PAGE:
An appeals court in Florida declined to extend dram shop liability to bartenders or servers who recognize an adult patron’s intoxication, take measures to “sober them up,” but don’t stop them from driving.
In Torre v. Flanigan’s Bar and Grill, plaintiffs were injured in Broward County when they were struck by a drunk driver. F.S. 768.125 offers victims the opportunity to pursue a lawsuit against the establishment that served the drunk driver alcohol only under very limited circumstances. However, victims in Torre sought a court ruling that the bar could still be responsible because it had assumed an additional duty of care that involved recognizing the patron’s level of impairment.
Florida’s Fourth District Court of Appeal did not agree.
The law allows Florida drunk driving accident victims to recover damages from a person who sells or furnishes alcoholic beverages to a person who in turn gets behind a wheel and injures or kills others – but only if the driver was either underage or known to be habitually addicted to the use of any or all alcoholic drinks. Most injury lawyers know that to bring a dram shop case outside of these boundaries is asking the court for a tall order.
In the Torre case, plaintiff attorneys sought to establish an expanded duty of care assumed by the establishment.
According to court records, the crash happened on Dec. 2, 2011. Defendant restaurant was open that evening, and the driver patronized the establishment that day. There, she became intoxicated. At some point, evidence showed the bar and its employees stopped serving alcohol to the driver. There was also evidence to indicate employees gave the driver water in an effort to “sober her up.”
Nonetheless, driver left the restaurant in her car.
A short time thereafter, the driver crossed into oncoming traffic and struck a vehicle in which plaintiffs were riding. Plaintiffs were injured in the drunk driving accident.
Defendant restaurant had an internal policy to prevent drunk customers from driving away from their property. That policy required employees and/ or law enforcement to make sure the drunk person did not drive away by either seizing their keys or making sure they left only in a taxi or with a sober driver.
Restaurant employees did not abide this policy that night.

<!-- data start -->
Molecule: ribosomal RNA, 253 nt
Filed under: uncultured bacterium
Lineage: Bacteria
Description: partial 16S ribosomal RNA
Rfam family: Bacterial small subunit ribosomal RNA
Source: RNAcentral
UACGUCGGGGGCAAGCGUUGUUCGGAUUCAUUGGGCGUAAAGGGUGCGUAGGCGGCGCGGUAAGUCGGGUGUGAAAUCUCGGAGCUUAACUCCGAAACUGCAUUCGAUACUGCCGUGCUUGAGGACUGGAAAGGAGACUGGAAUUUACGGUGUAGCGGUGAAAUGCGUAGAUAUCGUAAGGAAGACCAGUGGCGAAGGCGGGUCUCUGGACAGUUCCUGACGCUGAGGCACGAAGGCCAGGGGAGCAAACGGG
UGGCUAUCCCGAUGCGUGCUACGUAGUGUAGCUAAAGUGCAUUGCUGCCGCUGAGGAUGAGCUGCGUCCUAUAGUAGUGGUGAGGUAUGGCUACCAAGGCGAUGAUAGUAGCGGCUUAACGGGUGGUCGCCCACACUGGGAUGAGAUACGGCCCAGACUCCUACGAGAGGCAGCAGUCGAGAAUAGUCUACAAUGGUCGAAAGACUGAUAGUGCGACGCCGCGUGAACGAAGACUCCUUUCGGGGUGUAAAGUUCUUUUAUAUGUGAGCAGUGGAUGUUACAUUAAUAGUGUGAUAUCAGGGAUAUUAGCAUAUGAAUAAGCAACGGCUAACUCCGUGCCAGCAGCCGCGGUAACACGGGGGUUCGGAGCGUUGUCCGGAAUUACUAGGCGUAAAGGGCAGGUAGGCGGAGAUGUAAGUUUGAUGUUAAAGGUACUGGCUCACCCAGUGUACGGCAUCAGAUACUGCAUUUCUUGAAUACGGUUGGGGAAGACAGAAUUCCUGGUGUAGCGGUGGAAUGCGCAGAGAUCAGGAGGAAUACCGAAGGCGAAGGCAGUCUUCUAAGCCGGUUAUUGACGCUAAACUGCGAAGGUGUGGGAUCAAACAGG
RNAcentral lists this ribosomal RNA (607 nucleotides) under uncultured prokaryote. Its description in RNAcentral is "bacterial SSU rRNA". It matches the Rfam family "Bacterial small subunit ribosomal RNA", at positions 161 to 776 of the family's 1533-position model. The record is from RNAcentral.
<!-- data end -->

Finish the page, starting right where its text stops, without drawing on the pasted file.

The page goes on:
Plaintiffs allege the defendant undertook a voluntary duty to make sure the driver would not drive intoxicated, but then was negligent in performing this duty.
Defendant countered that Florida law precluded any lawsuit for dram shop liability of an adult who was not known to be a habitual abuser of alcohol. Trial court granted the motion to dismiss.
Plaintiff appealed, pointing to a number of cases in which the courts had held there could be third-party social host liability and dram shop liability under certain circumstances. The primary case upon which plaintiffs relied was that of Estate of Massad ex rel. Wilson v. Granzow, in which one man went to another’s home and became intoxicated. That guest fell and hit his head. The host took it upon himself to care for that guest, gave him a prescription drug not prescribed to the victim, which worsened the guest’s condition. Host then left guest next to a pool. Guest fell into the pool and drowned. Appeals court found the host could be found liable because while statute and common law protects social host from liability for serving alcohol to guest, the host in this case faced potential liability because of what had taken place after the alcohol was served. Specifically, the host “took charge” of the guest, who was helpless and unable to adequately aid or protect himself.
The court ruled that did not apply in this case. Courts have repeatedly held that establishments should not be liable for the drunk driving of third parties.
Further, the court noted that to accept plaintiff’s argument would be to encourage bars and restaurants to avoid liability by intentionally having no policy or practice to deter drunk driving and to continue to serve alcohol to already-drunk patrons.
The dismissal was affirmed.
If you have been injured in an accident, contact the Hollander Law Firm at 888-751-7777 for a free and confidential consultation. There is no fee unless we win.
Torre v. Flanigan’s Bar and Grill, March 9, 2016, Florida’s Fourth District Court of Appeal
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